07 June 2023

Economic disinformation, an example

Justin Wolfers, author of Think Like an Economist, gives a good example of  how politically motivated distortion of economic data often works. This kind of "reporting" (read disinformation) is the source of a lot of predictions of imminent recession, despite the fact that inflation is roughly half what it was a year ago (and at historic norms after a long period of exceptionally low inflation); while unemployment remains low and job creation is at historic highs, when considered over multiple months. Anyway, here's his example. In both Republican and Democratic administrations, going back at least a few decades, monthly job creation numbers are released as early as feasible using statistical extrapolation methods to yield a number, even though some data is not final. This feeds the demand for timely information. And these numbers are always adjusted around a month later when data is more complete. Over longer periods, typically, there are either slight overreads or slight underreads of the initial numbers, depending on what you might call "hidden secular trends." So numbers might be consistently overestimated for, say, six months in a row, and this might reasonably be considered as a sign of what you might call "hidden weakness" in the economy. Generally these numbers really are produced by dispassionate econometric analysts, so, in both Republican and Democratic administrations, these deviations tend to be small and genuinely caused by trends which are inherently difficult to detect. So, if it were the case over, say, the last six months, that the "Biden" jobs numbers were being adjusted downward for each month in succession, one could say, as some of the "Tech Bro" libertarian economists have done, "See, the economy is actually worse than they're reporting. Fair enough, actually. Technically right, in the hypothetical, although the effect is usually very small. But. But. Do these same libertarian axe-to-grind folks say the opposite when, month after month, the jobs numbers are actually adjusted upwards? No, they do not. They say, almost as a chorus, that the numbers are rigged and the administration is corrupt. In fact, this is the situation: jobs numbers, averaged over the last year or so, have pretty consistently been adjusted upwards, and as an indicator honest reportage must conclude that these numbers reflect concealed strength, not weakness, in the economy. (This indicator, obviously, isn't the only one, but inflation numbers are also encouraging since the beginning of the year).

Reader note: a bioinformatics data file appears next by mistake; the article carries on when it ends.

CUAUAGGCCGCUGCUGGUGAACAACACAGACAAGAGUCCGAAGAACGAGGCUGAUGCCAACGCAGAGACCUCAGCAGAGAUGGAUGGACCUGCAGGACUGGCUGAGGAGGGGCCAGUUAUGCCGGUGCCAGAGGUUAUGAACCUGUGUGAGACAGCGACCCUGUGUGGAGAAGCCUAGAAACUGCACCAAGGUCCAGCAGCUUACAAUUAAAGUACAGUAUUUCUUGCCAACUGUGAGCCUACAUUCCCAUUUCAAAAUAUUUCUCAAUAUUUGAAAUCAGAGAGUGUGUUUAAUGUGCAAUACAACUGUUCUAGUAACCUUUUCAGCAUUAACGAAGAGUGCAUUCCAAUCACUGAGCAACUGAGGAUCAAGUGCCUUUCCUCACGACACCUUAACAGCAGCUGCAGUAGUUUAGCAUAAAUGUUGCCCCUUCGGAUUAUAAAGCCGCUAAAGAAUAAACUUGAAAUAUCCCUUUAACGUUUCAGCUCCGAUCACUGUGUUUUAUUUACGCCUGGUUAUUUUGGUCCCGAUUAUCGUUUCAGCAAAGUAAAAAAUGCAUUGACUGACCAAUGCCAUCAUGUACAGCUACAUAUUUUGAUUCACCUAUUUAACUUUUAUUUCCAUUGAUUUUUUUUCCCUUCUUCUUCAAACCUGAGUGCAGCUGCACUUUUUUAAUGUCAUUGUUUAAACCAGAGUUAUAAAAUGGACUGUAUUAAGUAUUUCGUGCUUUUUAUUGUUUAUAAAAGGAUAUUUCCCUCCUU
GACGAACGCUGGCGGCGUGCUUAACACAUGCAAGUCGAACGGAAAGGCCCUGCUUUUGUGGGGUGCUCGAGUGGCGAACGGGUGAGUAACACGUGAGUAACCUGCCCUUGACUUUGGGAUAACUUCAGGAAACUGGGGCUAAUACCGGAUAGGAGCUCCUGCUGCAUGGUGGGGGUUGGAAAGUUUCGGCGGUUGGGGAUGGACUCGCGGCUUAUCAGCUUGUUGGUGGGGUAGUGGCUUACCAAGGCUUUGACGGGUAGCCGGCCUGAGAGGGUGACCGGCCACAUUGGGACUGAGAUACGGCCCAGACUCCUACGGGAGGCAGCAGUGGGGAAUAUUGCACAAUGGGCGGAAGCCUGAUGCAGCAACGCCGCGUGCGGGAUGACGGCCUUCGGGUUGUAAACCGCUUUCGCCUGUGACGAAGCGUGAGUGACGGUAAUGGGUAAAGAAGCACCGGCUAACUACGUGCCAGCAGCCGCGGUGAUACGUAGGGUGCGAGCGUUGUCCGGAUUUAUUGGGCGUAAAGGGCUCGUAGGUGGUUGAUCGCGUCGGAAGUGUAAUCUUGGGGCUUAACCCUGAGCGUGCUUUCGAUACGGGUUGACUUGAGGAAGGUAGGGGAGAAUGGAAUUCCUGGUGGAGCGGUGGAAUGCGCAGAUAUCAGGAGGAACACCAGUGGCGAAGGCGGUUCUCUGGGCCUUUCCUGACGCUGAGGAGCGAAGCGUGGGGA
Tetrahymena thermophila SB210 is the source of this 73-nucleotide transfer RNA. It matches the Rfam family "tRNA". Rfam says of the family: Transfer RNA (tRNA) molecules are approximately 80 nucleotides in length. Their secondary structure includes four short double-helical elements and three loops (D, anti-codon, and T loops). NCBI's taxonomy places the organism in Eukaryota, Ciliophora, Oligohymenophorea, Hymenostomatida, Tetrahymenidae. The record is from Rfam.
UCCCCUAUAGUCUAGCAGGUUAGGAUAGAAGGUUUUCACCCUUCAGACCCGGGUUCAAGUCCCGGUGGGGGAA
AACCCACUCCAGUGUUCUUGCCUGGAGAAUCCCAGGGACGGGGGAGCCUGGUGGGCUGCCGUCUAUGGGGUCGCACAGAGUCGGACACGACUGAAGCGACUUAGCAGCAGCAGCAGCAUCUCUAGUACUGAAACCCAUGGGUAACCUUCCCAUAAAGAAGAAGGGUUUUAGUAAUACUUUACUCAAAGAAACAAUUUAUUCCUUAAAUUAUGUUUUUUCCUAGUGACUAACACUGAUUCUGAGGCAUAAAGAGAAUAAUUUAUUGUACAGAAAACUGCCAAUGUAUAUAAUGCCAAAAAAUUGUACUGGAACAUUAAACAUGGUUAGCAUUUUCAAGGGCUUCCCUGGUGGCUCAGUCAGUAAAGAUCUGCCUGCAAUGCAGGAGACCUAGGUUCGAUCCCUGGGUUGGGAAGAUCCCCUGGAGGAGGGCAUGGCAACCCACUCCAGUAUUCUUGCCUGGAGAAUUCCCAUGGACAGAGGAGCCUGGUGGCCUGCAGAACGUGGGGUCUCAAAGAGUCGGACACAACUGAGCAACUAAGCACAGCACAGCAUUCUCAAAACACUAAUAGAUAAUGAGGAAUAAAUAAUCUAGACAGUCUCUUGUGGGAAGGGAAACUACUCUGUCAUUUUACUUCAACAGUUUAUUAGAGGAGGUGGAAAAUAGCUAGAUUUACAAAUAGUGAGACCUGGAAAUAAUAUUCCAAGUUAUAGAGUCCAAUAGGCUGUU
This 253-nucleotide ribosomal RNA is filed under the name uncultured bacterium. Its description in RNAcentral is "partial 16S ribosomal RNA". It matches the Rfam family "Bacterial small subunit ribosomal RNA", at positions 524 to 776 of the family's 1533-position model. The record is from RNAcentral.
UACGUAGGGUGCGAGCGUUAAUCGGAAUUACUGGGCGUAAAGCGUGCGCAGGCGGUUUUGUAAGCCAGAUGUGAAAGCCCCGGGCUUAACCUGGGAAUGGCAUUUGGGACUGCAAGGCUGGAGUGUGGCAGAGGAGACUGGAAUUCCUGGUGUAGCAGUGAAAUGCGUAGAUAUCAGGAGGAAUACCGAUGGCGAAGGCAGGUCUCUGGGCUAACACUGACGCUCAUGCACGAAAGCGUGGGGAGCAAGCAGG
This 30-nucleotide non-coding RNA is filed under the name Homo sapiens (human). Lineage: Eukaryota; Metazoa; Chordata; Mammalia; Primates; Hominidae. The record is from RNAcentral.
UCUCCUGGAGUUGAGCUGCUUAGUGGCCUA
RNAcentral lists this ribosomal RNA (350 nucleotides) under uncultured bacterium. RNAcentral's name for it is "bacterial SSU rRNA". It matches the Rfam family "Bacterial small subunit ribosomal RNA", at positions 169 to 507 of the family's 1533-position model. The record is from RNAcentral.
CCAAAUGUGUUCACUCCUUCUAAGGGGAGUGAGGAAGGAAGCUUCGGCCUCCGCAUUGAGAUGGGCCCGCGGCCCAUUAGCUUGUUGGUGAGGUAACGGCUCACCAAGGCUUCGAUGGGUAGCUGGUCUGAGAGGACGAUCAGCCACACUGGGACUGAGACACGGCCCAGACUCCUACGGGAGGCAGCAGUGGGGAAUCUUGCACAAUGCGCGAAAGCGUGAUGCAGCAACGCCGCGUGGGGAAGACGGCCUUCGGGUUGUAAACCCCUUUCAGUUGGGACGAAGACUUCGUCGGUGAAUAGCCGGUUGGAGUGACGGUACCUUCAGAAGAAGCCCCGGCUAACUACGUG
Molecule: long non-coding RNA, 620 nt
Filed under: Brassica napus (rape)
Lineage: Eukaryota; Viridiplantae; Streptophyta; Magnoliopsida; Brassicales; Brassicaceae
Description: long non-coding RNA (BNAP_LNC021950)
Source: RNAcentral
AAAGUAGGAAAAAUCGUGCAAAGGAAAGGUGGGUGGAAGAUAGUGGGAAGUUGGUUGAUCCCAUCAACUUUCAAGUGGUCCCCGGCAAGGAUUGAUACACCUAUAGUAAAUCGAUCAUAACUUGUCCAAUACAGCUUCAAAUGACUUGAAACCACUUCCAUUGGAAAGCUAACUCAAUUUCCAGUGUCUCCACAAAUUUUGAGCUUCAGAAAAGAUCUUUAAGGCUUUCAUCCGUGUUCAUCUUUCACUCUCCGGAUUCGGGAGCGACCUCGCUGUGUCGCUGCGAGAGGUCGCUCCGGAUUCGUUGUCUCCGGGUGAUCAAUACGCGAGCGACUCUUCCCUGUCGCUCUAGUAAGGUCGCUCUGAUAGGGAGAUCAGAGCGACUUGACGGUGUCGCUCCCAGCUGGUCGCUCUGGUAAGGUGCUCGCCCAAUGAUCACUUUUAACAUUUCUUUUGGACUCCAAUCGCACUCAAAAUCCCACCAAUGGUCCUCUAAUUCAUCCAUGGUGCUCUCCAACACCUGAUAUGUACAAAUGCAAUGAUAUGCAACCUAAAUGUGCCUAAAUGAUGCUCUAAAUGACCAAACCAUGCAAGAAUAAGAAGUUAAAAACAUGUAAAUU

This is a good example about how having a particular vested interest in a certain view of the economy can and does result in completely misleading information being plastered all over the mainstream press. Unfortunately, economic anxiety, fed by this kind of thing, is somewhat self-fulfilling, and can create negative feedbacks that actually negatively affect economic outlook. Bottom line: stick to facts, and keep a critical view that looks for reliable factual basis in prognostications you see in the media. 

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